- Smith, Simon C. (2004). Britain's Revival and Fall in the Gulf: Kuwait, Bahrain, Qatar, and the Trucial States, 1950–71. Routledge. p. 64. ISBN 978-0-415-33192-0.
- "Trucial Oman or Trucial States – Origin of Trucial Oman or Trucial States | Encyclopedia.com: Oxford Dictionary of World Place Names". Encyclopedia.com. Archived from the original on 19 November 2011.
- De Butts, Freddie (1995). Now the Dust Has Settled. Tabb House. p. 228. ISBN 978-1873951132.
- "International Relations Abdullah Mohamed Al Maainah". Czech Gulf Business Council. 12 March 2018. Archived from the original on 25 March 2019. Retrieved 25 March 2019.
- Prados, Alfred B. (2002). "Iraqi Challenges and U.S. Responses: March 1991 through October 2002" (PDF). Library of Congress. Archived from the original on 18 August 2006.CS1 maint: unfit URL (link)
- Foley, Sean (March 1999). "The UAE: Political Issues and Security Dilemmas" (PDF). Middle East Review of International Affairs. 3 (1).
- "United Arab Emirates profile – Timeline". BBC News. 14 November 2012.
- "Veteran Gulf ruler Zayed dies". BBC News. 2 November 2004.
- Bakr, Amena (21 July 2013). "Woman jailed in Dubai after reporting rape hopes to warn others". Reuters. Retrieved 5 November 2013.
- "Brotherhood 'sought Islamist state in UAE'". 21 September 2012. Retrieved 20 November 2012.
- "United Arab Emirates: Silencing dissent in the United Arab Emirates (UAE)". Amnesty International. Retrieved 12 February 2016.
- Hammond, Ashley; Chaudhary, Suchitra Bajpai; Hilotin, Jay (10 February 2020). "Watch: How the first coronavirus case in UAE was cured". Gulf News. Retrieved 11 February 2020.
- "Coronavirus: UAE shuts malls for two weeks". gulfnews.com.
- "Why UAE school closures are an important opportunity to fight coronavirus". The National. Retrieved 13 April 2020.
- "Coronavirus: Prayers at mosques and all other places of worship in UAE suspended". gulfnews.com. Retrieved 13 April 2020.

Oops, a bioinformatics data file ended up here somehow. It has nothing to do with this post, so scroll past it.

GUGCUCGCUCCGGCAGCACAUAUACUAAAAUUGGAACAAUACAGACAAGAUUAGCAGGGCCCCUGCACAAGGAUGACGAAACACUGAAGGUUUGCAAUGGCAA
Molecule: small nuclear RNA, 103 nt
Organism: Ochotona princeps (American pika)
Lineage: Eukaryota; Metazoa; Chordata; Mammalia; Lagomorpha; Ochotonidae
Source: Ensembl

- "Coronavirus: UAE imposes night curfew as it carries out disinfection campaign". Middle East Eye. Retrieved 26 March 2020.
- "Dubai's Emirates cuts passenger flights to 13 destinations". Associated Press. 22 March 2020.
- "UAE merges ministries in ambitious government restructuring". Financial Times. Retrieved 5 July 2020.
- "Israel and UAE strike historic deal to normalise relations". BBC News. 13 August 2020.
- "UAE Oil and Gas". Uae.gov.ae. 19 June 1999. Archived from the original on 5 July 2008.
- "Saudi-UAE Disputes". Arabmediawatch.com. 21 August 1974. Archived from the original on 8 April 2010.
- "UAE official calls for international action to end "Iranian occupation" of disputed islands". Middle East Institute. Retrieved 27 July 2021.
- "UAE Disputes, International UAE Disputes, UAE Boundary Dispute, UAE National Disputes, UAE Emirate Disputes, Claims Three Islands, Abu Musa Island, Greater & Lesser Tumb, The History of Islands, Human Resources UAE, Arab Emirates". www.uaeprison.com. Retrieved 25 June 2018.
- Oxford Business Group (2016). The Report: Abu Dhabi 2015. Oxford Business Group. p. 17. ISBN 978-1910068250.
- Brinkmann, Robert; Garren, Sandra J. (2018). The Palgrave Handbook of Sustainability: Case Studies and Practical Solutions. Springer. p. 806. ISBN 978-3319713892.
- D'Avanzo, Carolyn (2008). Mosby's Pocket Guide to Cultural Health Assessment. Elsevier Health Sciences. p. 751. ISBN 978-0323086042.
- Taylor & Francis Group (2003). The Middle East and North Africa 2004. Psychology Press. p. 1175. ISBN 1857431847.
- Schulz, Stephan; Horovitz, Marcel; Rausch, Randolf; Michelsen, Nils; Mallast, Ulf; Köhne, Maximilian; Siebert, Christian; Schüth, Christoph; Al-Saud, Mohammed; Merz, Ralf (1 December 2015). "Groundwater evaporation from salt pans: Examples from the eastern Arabian Peninsula". Journal of Hydrology. 531: 792–801. Bibcode:2015JHyd..531..792S. doi:10.1016/j.jhydrol.2015.10.048. ISSN 0022-1694.
- iContainers (4 April 2020). "Top 5 Ports in United Arab Emirates". iContainers. Retrieved 17 August 2021.
- Lancaster, William; Lancaster, Fidelity (2011). Honour is in Contentment: Life Before Oil in Ras Al-Khaimah (UAE) and Some Neighbouring Regions. Walter de Gruyter. ISBN 978-3-11-022339-2.
- "Empty Quarter". earthobservatory.nasa.gov. 31 August 2008. Retrieved 6 September 2021.
- "The accidental lake: Birdwatcher's oasis or ecological disaster?". CNN. 14 March 2013. Retrieved 6 August 2013.
- Dinerstein, Eric; et al. (2017). "An Ecoregion-Based Approach to Protecting Half the Terrestrial Realm". BioScience. 67 (6): 534–545. doi:10.1093/biosci/bix014. ISSN 0006-3568. PMC 5451287. PMID 28608869.
- "UAE Climate". Manmm.net. Archived from the original on 12 January 2016.
- "Weather in Abu Dhabi". Abudhabi.ms. 8 March 2007. Archived from the original on 29 April 2009.